In an interview Sunday with WEHOville, a woman who lived across the hall from the apartment at 939 Palm Ave., where in 2014 sheriff’s deputies shot and killed one innocent man and wounded another, offered a chilling account of the incident that contradicts key testimony by the deputies. Catherine Novis reached out to WEHOville to object to statements by the deputies that they had not seen photos that she said she had provided to help the deputies distinguish the alleged attacker from his victims.
Novis’s allegations raise issues that might have been addressed in a “corrective action plan” that federal District Court Judge Dolly Gee demanded that the L.A. County Sheriff’s Department produce as part of a settlement in which Los Angeles County has paid a total of $7.5 million to the family of John Winkler, who was killed, and to Liam Mulligan, who was wounded by the deputies. The Sheriff’s Department last week released the corrective action plan after numerous requests from WEHOville. However it redacted all information that might have explained what action, if any, it actually took to ensure that such an incident doesn’t recur in West Hollywood. A spokesperson for the Sheriff’s Department said the redaction was ordered by a county attorney.
The department has not furnished a copy of the plan to Capt. Holly Perez, who took over leadership of the WeHo Sheriff’s Station earlier this year, well after the 939 Palm incident, or to city officials or members of the city council. While WEHOville has written several times about the corrective action plan requirement, apparently no city official and no member of the West Hollywood City Council has requested a copy of it. Several City Council members immediately defended the Sheriff’s deputies just after the shooting occurred. However over the past year there has been an effort to evaluate the local station’s management, and former Capt. Gary Honings, with some pressure from City Hall, took an early retirement to be replaced in February by Capt. Perez, who has focused on community engagement.
An investigation by the District Attorney’s office noted Novis’ testimony but accepted the declarations of the three deputies that they had not seen the photos in its decision not to prosecute them. The D.A.’s office said “California law permits the use of deadly force in self-defense or in the defense of others if it reasonably appears to the person claiming the right of self-defense or the defense of others that he actually and reasonably believed that he or others were in imminent danger of great bodily injury or death.” Standards for conviction are lower in civil cases, which apparently is why the L.A. County Board of Supervisors decided to make the $7.5 million payout
The deputies involved in the shooting, Gerardo Valdivia, Michael Fairbanks and Bryon Holloway, are still on duty in West Hollywood. Because of the Sheriff’s Department’s refusal to reveal the corrective action plan it is unclear whether they were disciplined or given special training to reduce chances that an incident like that at 939 Palm will happen again.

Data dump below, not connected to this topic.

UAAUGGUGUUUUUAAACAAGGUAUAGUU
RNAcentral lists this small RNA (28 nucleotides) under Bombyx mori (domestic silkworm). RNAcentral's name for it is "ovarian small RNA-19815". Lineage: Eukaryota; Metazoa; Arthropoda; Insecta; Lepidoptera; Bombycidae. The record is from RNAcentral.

On April 6, 2014, the day of the shooting, Catherine Novis had been texting Liam Mulligan, who shared Apartment 201 across the hall with a young woman and with Alexander McDonald, who Novis had dated at one time. Then, in the evening, Novis settled down to watch television in her living room. Suddenly she heard a helicopter and loud sirens outside her apartment.
Novis said she went to the main balcony, which is between her apartment and an adjacent apartment, where she stood with a neighbor and saw squad cars from the West Hollywood Sheriff’s Station arriving. Novis then stepped into the hall outside her apartment and knocked on Mulligan’s door. “I knocked on the door and said ‘Liam what’s going on? Get out here’,” she said. “I turned around, and all of a sudden my roommate says ‘Stop. That’s my roommate. What are you doing?'”
Then, Novis said, “I turned around and screamed and fell to my knees. I had a bunch of guns in my face, with the white lasers and their fingers on the trigger. I thought that I was dead … I don’t know that you’ve ever experienced that, but you think that you’re done. You think that the cops are supposed to be careful.”
Novis said deputies then “came into my apartment to use the bathroom, and one of the deputies said ‘You were on the balcony, and you have to be careful. We almost shot you’.”
“I’m a very tiny girl, I weigh like a hundred pounds,” said Novis, who was 28 at the time and noted that the suspect actually was a man, not a woman. “If they had shot me, I would have been dead in an instant. I wouldn’t have survived.” Novis said she was facing at least four guns, one of them a “bean bag” gun, and the others shotguns or rifles. “It feels like you are dead,” Novis said of the incident. “You spend the rest of the night feeling like you’re dead.”
“It was probably the worst night of my life. It definitely changed my life for the worst. I still get flashbacks. I have done therapy every single week since that day.”
Novis said she showed Deputy Fairbanks a photo on her mobile phone of Mulligan and Chris Moretti, a friend of Mulligan’s who McDonald allegedly was attacking inside the apartment, and also a photo of McDonald himself. She said Fairbanks looked at the picture of McDonald and said: “That’s our guy.” He then passed the phone to the other deputies.
“They lied,” Novis said, referring to the deputies’ denial to investigators that they had seen the photos of McDonald and Mulligan that she showed them. “It’s just gross.” Novis noted that the three men looked very different. In addition to their very distinct faces, Winkler, then 30, was a well-built man with strawberry blonde hair. Mulligan, an Australian, had a large build. McDonald was thin with an upswept hairstyle.